CACFP / Child Care Food Program
Rasmussen, © 2004, All rights reserved.
The goal of the Childcare food Program is to improve the health and nutrition of the children while promoting the development of good eating habits and nutrition education.
The Child and Adult Care Food Program (CACFP) is a Federal program that provides healthy meals and snacks to children and adults receiving daycare. CACFP provides nutritious meals to 2.9 million children and 86,000 adults who receive day care outside of their home. Licensed or approved non-residential, public or private non-profit child care centers; Head Start centers; settlement houses; and neighborhood centers may serve meals and snacks to infants and children through CACFP. For-profit child care centers may also participate if they meet certain criteria for serving low-income children. CACFP reaches even further to provide meals to children residing in homeless shelters, and snacks and suppers to youths participating in eligible after school care programs.
CACFP reimburses participating providers for their meal costs and provides them with USDA commodity food and nutrition education materials. Reimbursement for centers is computed by claiming percentages, blended per meal rates, or actual meal count by type (breakfast, lunch, supper, or supplement) and eligibility category (free, reduced price, and paid). Institutions must submit accurate monthly claims for reimbursement to their administering agencies.
Children age 12 and younger are eligible to receive up to two meals and one snack, each day, at a day care home or center, through CACFP. After school care snacks are available to children through age 18. Providers in the CACFP must serve meals that meet federal guidelines, and must offer free or reduced-price meals to eligible people.
You can call your local Cooperative Extension office to find out about the free and low cost programs and booklets available on childhood nutrition. Cooperative Extension is listed under state or county government in your telephone directory. Also, call your local CCAFP sponsors to get more information on the program and what is offered.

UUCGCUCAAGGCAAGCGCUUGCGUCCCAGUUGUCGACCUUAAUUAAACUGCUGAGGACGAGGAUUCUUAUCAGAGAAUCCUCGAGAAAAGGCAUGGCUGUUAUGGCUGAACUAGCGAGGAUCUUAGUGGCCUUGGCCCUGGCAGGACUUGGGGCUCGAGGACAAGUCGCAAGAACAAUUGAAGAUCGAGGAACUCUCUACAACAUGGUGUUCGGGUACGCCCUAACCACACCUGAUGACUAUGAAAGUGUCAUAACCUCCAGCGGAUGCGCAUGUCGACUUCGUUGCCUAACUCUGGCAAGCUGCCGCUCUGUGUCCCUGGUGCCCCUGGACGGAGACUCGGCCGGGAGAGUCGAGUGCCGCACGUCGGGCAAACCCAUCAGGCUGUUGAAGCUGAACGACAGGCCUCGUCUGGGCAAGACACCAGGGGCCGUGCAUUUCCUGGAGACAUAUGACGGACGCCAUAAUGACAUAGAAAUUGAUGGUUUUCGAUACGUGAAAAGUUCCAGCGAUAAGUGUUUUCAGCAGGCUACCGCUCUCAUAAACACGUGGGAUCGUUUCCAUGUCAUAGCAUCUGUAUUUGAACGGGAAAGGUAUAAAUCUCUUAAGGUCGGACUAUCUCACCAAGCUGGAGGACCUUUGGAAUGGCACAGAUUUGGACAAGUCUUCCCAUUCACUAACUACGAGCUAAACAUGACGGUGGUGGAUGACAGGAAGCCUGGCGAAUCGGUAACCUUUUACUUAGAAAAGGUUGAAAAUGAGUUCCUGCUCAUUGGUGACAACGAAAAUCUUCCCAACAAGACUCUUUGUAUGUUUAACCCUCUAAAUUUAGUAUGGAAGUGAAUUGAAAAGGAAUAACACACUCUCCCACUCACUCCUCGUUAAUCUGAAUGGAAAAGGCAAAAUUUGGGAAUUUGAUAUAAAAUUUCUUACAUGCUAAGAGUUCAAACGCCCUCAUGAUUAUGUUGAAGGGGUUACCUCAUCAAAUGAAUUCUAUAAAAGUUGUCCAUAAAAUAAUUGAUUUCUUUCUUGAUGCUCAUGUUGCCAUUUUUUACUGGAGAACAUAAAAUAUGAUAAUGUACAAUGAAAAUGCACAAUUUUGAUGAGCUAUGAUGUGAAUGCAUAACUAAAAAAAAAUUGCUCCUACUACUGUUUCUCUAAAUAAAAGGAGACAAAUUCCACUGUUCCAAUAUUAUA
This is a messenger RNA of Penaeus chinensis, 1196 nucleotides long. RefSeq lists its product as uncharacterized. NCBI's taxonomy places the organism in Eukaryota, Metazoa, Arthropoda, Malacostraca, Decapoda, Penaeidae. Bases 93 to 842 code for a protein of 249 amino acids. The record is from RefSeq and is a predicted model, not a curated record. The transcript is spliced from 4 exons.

Besides CACFP, there are the following food programs designed for children in schools and childcare institutions:
- The National School Lunch Program (NSLP) which is a federally assisted meal program operating in public and nonprofit private schools and residential child care institutions. It provides nutritionally balanced, low-cost or free lunches to children each school day.
- The School Breakfast Program (SBP) provides cash assistance to States to operate nonprofit breakfast programs in schools and residential childcare institutions.
- The Special Milk Program (SMP) provides milk to children in schools and childcare institutions who do not participate in other Federal meal service programs. The program reimburses schools for the milk they serve.
Copyright 2001, 2004. All rights reserved. Any reproduction of this article in whole or in part without written or verbal permission is strictly prohibited. For information about reprinting this article, contact the copyright owner: Vanessa Rasmussen, Ph.D, Starting a Day Care Center, http://www.startingadaycarecenter.com.